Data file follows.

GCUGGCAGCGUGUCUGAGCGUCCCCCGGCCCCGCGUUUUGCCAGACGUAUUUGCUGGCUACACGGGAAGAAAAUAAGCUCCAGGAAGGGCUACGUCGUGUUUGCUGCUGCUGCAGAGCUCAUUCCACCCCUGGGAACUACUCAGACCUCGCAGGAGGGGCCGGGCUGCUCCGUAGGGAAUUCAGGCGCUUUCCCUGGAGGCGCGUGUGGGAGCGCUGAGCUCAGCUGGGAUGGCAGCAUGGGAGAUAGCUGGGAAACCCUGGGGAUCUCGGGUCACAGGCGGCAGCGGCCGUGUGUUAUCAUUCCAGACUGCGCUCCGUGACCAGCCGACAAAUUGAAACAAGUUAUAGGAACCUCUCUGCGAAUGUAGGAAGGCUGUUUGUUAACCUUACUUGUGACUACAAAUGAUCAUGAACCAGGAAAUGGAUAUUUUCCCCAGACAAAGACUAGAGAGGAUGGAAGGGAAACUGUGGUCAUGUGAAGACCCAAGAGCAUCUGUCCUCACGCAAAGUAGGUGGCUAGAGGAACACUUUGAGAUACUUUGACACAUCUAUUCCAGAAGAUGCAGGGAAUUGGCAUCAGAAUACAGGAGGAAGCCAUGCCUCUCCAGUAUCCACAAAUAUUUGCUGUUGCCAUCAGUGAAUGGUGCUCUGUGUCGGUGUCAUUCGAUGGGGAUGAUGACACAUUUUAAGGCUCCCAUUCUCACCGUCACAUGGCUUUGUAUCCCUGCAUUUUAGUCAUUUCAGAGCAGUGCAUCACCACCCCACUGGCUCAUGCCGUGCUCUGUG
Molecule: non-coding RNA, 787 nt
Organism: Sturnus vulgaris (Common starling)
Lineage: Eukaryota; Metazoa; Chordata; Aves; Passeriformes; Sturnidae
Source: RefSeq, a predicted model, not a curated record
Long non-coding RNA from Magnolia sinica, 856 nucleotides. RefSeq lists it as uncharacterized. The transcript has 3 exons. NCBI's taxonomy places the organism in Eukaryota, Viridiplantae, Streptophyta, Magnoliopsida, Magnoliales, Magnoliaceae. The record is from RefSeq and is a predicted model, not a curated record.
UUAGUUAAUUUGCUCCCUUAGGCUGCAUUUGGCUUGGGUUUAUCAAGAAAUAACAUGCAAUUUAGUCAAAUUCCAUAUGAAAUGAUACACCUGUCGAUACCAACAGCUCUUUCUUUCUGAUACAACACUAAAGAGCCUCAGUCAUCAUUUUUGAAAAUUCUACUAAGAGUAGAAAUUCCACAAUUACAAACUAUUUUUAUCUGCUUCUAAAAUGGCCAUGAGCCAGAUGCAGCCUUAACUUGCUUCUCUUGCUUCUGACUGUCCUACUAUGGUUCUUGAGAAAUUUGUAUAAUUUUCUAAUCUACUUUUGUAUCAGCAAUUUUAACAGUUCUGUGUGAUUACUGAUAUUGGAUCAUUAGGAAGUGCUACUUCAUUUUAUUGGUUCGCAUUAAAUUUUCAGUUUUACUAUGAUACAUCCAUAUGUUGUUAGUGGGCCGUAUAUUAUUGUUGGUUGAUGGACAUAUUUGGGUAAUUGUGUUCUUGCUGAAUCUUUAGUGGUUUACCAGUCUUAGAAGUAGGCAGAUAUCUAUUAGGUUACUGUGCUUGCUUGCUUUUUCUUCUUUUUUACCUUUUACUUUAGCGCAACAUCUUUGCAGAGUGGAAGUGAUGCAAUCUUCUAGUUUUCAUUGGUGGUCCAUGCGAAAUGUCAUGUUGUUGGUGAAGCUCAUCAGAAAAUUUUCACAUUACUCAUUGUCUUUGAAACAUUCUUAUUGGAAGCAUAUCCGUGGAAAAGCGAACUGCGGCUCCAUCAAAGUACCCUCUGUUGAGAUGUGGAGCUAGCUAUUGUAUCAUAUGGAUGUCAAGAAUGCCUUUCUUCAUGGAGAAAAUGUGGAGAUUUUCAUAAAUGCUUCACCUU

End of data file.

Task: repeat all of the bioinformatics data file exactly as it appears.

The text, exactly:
GCUGGCAGCGUGUCUGAGCGUCCCCCGGCCCCGCGUUUUGCCAGACGUAUUUGCUGGCUACACGGGAAGAAAAUAAGCUCCAGGAAGGGCUACGUCGUGUUUGCUGCUGCUGCAGAGCUCAUUCCACCCCUGGGAACUACUCAGACCUCGCAGGAGGGGCCGGGCUGCUCCGUAGGGAAUUCAGGCGCUUUCCCUGGAGGCGCGUGUGGGAGCGCUGAGCUCAGCUGGGAUGGCAGCAUGGGAGAUAGCUGGGAAACCCUGGGGAUCUCGGGUCACAGGCGGCAGCGGCCGUGUGUUAUCAUUCCAGACUGCGCUCCGUGACCAGCCGACAAAUUGAAACAAGUUAUAGGAACCUCUCUGCGAAUGUAGGAAGGCUGUUUGUUAACCUUACUUGUGACUACAAAUGAUCAUGAACCAGGAAAUGGAUAUUUUCCCCAGACAAAGACUAGAGAGGAUGGAAGGGAAACUGUGGUCAUGUGAAGACCCAAGAGCAUCUGUCCUCACGCAAAGUAGGUGGCUAGAGGAACACUUUGAGAUACUUUGACACAUCUAUUCCAGAAGAUGCAGGGAAUUGGCAUCAGAAUACAGGAGGAAGCCAUGCCUCUCCAGUAUCCACAAAUAUUUGCUGUUGCCAUCAGUGAAUGGUGCUCUGUGUCGGUGUCAUUCGAUGGGGAUGAUGACACAUUUUAAGGCUCCCAUUCUCACCGUCACAUGGCUUUGUAUCCCUGCAUUUUAGUCAUUUCAGAGCAGUGCAUCACCACCCCACUGGCUCAUGCCGUGCUCUGUG
Molecule: non-coding RNA, 787 nt
Organism: Sturnus vulgaris (Common starling)
Lineage: Eukaryota; Metazoa; Chordata; Aves; Passeriformes; Sturnidae
Source: RefSeq, a predicted model, not a curated record
Long non-coding RNA from Magnolia sinica, 856 nucleotides. RefSeq lists it as uncharacterized. The transcript has 3 exons. NCBI's taxonomy places the organism in Eukaryota, Viridiplantae, Streptophyta, Magnoliopsida, Magnoliales, Magnoliaceae. The record is from RefSeq and is a predicted model, not a curated record.
UUAGUUAAUUUGCUCCCUUAGGCUGCAUUUGGCUUGGGUUUAUCAAGAAAUAACAUGCAAUUUAGUCAAAUUCCAUAUGAAAUGAUACACCUGUCGAUACCAACAGCUCUUUCUUUCUGAUACAACACUAAAGAGCCUCAGUCAUCAUUUUUGAAAAUUCUACUAAGAGUAGAAAUUCCACAAUUACAAACUAUUUUUAUCUGCUUCUAAAAUGGCCAUGAGCCAGAUGCAGCCUUAACUUGCUUCUCUUGCUUCUGACUGUCCUACUAUGGUUCUUGAGAAAUUUGUAUAAUUUUCUAAUCUACUUUUGUAUCAGCAAUUUUAACAGUUCUGUGUGAUUACUGAUAUUGGAUCAUUAGGAAGUGCUACUUCAUUUUAUUGGUUCGCAUUAAAUUUUCAGUUUUACUAUGAUACAUCCAUAUGUUGUUAGUGGGCCGUAUAUUAUUGUUGGUUGAUGGACAUAUUUGGGUAAUUGUGUUCUUGCUGAAUCUUUAGUGGUUUACCAGUCUUAGAAGUAGGCAGAUAUCUAUUAGGUUACUGUGCUUGCUUGCUUUUUCUUCUUUUUUACCUUUUACUUUAGCGCAACAUCUUUGCAGAGUGGAAGUGAUGCAAUCUUCUAGUUUUCAUUGGUGGUCCAUGCGAAAUGUCAUGUUGUUGGUGAAGCUCAUCAGAAAAUUUUCACAUUACUCAUUGUCUUUGAAACAUUCUUAUUGGAAGCAUAUCCGUGGAAAAGCGAACUGCGGCUCCAUCAAAGUACCCUCUGUUGAGAUGUGGAGCUAGCUAUUGUAUCAUAUGGAUGUCAAGAAUGCCUUUCUUCAUGGAGAAAAUGUGGAGAUUUUCAUAAAUGCUUCACCUU